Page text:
Holding companies: Size is not a strategy

By Published on .

Most Popular
The mega-mergers in the advertising agency business in recent years may well rank among the worst strategic errors in its century-plus history. To paraphrase Albert Einstein, the ideal size for an idea is "small and simple as possible." The advertising industry's behavior seems to offer this rebuke to the physics genius: We aim to be as large and complex as possible.

With all due respect to the heads of the big holding companies, Prof. Einstein's point well serves the agency business. My 24 years at Young & Rubicam (as CEO of Wunderman Cato Johnson; president-chief operating officer of Y&R Advertising; and worldwide chairman of client services) led me to one undeniable conclusion. It is that agencies prosper when their strategic initiatives are client-focused, and agencies fail when their tactical actions are internally or shareholder motivated.

The holding company, though seemingly successful-at least financially-for the last two decades, is no longer an ideal structure for servicing clients in the 21st century. Size and complexity mitigate against the simple truth that people, not organizations, solve marketing problems.

In the pre-holding company era, agencies used their excess cash flow to expand geographically or to acquire additional communications services to address clients' growing needs. The holding companies' voracious appetite for mid- and large-sized agencies, however, too often added neither new geography nor new capabilities to their coverage. Rather, these acquisitions added essentially redundant capabilities, acquired for their size and their potential to service competing clients. The result is a misalignment between clients' needs and holding company behavior.

Then consider what I call the "partnership paradox." While ad agency chiefs lust for relationships where their shops are viewed as full partners with their clients, holding company CEOs conduct their financial strategies as if they were independent contractors, seeking to "supply" multiple competitors. In one recent tally, Interpublic Group of Cos. had 20 advertising agencies and seven health care agencies! And in an economic climate indicating annual organic growth likely will be below 5% for the foreseeable future, it is not difficult to imagine that this inexorable acquisition binge will continue in an attempt to support stock valuations that demand double-digit growth.


Compounding this problem, the holding companies are using their own brand names for operating purposes; i.e., the holding company has become the entity that pitches and services the clients. For example, it's evident that the agency for DaimlerChrysler and PepsiCo is Omnicom Group; that Ford Motor Co.'s agency is WPP Group; and that the agency for Coca-Cola Co. and General Motors Corp. is Interpublic, etc. So the notion of a holding company serving as an independent financial umbrella is no longer an accurate reflection of today's practices.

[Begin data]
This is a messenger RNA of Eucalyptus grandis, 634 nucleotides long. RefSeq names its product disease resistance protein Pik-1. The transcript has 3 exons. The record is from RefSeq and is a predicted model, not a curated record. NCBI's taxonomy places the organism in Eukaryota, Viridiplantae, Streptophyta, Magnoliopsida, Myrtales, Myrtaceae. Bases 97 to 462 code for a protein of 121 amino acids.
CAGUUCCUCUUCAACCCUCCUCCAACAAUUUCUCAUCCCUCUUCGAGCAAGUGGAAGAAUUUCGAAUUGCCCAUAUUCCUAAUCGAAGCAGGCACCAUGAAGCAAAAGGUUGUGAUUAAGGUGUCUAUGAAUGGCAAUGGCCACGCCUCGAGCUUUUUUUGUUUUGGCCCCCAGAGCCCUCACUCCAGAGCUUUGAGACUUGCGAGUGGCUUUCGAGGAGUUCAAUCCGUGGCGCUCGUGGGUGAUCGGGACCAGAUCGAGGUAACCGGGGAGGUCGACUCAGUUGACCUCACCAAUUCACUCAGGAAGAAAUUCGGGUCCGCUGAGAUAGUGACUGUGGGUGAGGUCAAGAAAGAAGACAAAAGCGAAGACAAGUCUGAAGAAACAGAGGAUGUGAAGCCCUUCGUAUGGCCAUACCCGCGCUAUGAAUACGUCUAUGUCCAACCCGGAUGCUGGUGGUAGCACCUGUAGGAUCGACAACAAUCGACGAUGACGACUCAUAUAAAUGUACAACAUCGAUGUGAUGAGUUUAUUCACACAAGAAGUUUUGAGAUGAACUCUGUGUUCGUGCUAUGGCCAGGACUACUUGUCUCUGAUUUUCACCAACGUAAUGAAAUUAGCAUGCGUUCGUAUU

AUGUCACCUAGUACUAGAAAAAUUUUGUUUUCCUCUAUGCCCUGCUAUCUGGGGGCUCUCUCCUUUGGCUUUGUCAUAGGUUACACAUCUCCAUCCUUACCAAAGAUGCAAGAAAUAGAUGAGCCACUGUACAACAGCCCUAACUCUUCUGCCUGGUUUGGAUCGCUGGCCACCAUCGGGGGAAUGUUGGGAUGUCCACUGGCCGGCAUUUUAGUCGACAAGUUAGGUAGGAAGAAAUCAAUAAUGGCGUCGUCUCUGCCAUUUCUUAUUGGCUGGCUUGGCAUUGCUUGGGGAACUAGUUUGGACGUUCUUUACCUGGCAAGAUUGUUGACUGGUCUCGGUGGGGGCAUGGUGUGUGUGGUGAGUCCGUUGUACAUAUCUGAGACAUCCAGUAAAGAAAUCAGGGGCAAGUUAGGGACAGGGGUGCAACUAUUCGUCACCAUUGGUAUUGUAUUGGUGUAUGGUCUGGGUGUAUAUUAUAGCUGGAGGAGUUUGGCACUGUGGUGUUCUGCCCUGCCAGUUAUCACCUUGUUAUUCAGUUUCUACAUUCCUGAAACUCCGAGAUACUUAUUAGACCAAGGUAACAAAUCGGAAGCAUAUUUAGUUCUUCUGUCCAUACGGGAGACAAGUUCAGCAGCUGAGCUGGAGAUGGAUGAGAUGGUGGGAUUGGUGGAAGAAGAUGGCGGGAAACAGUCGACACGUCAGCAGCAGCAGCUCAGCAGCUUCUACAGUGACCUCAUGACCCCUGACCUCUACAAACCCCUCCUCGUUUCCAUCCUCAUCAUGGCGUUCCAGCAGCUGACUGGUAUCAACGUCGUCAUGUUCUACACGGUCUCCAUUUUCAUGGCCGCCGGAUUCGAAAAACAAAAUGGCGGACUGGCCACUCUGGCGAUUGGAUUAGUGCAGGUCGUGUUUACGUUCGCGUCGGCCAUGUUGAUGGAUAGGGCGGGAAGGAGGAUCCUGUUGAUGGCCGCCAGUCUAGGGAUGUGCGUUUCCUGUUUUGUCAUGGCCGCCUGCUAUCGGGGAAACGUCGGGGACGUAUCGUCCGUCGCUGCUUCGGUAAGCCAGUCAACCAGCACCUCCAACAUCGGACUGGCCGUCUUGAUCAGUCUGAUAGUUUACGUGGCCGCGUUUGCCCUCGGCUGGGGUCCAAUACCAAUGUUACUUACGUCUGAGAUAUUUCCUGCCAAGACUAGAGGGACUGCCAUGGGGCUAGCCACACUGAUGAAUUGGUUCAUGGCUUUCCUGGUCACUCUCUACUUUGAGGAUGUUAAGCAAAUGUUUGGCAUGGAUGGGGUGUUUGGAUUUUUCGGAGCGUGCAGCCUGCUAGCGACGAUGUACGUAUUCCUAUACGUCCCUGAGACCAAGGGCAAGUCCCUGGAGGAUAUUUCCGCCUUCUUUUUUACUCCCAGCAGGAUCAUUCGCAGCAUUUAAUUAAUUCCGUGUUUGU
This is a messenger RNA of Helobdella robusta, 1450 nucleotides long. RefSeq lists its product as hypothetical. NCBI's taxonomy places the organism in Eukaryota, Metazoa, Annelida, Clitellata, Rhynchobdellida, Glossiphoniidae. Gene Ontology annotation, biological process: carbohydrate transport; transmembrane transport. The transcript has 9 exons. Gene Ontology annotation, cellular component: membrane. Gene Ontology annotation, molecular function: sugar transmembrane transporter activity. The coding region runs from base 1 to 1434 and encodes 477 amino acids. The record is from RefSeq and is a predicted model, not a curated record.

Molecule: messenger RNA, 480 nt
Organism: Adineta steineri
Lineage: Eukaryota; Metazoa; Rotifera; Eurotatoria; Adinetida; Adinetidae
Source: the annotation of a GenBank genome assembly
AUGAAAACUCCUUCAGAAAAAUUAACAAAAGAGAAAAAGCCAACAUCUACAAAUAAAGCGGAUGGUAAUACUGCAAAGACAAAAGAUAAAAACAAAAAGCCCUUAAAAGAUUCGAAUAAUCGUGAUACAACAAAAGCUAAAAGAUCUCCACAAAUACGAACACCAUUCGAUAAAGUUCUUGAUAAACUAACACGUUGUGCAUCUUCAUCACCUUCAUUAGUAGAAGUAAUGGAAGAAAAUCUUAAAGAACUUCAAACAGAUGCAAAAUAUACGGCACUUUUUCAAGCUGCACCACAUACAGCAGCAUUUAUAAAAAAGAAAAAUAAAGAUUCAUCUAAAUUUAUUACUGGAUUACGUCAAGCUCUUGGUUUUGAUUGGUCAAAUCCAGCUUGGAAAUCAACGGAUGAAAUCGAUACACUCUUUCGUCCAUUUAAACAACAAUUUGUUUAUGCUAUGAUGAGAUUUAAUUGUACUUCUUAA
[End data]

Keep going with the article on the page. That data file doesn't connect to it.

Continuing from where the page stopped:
Look at the most recent shot across the bow in the cola wars to see just how much the clients view holding companies as their advertising providers. Interpublic was unable to persuade PepsiCo that "walls" could be constructed in such a way to ensure there would be no leaks of confidential PepsiCo information between Interpublic's PepsiCo agency (Foote, Cone & Belding Worldwide) and Interpub- lic's Coca-Cola Co. agencies (principally McCann-Erickson World- wide and Lowe Lintas & Partners Worldwide). In the end, PepsiCo could not see a difference between the Interpublic shops.

Equally frustrating for the holding companies, their aggressive attempts to provide multiple services to clients continue to be cumbersome and riddled with internal politics and low margins.

Buying redundant capabilities is the major strategic impetus behind companies in commodity industries (witness the great consolidations in steel, oil, paper and, recently, in consumer long distance services). These are businesses that have no product differentiation. Commodity businesses like these seek scale, wherein the lowest cost suppliers emerge as the winners.

However, advertising and marketing services are businesses based upon intellectual capital, not cost of capital. Intellectual capital, by and large, is not scaleable. Thus size is, in fact, an encumbrance to a non-scaleable business. Media buying, the commodity component of the ad business, is actually the exception that proves this rule.

Perhaps the next wave of economic growth will see a transformation back to the future-back to a business of ideas, inspiring creativity and great brand-building; a business where the client is the No. 1 focus, and profits are an earned byproduct of successfully building clients' brands. Capital can then be used to acquire expertise and capabilities that increase the ability to better deliver results for clients.

True client-agency partnerships are rooted in trust, unique consumer knowledge, a passion for inspired creative ideas and an unwavering loyalty to the client's success. Agency leaders have an opportunity in today's depressed business climate to re-instill the noble notion of client service-not with financial engineering but with human re-engineering.

Perhaps the inevitable result will be divesting much of the acquired excesses to return to a size and scale that would bring agencies closer to rewarding client partnerships ... and just maybe help confirm Prof. Einstein's legacy.

Mr. Kurz is chairman, Kurz & Friends, Norwalk, Conn., a consulting company dedicated to improving professional services in both the for-profit and not-for-profit arenas (mitch_kurz@att.net).

In this article: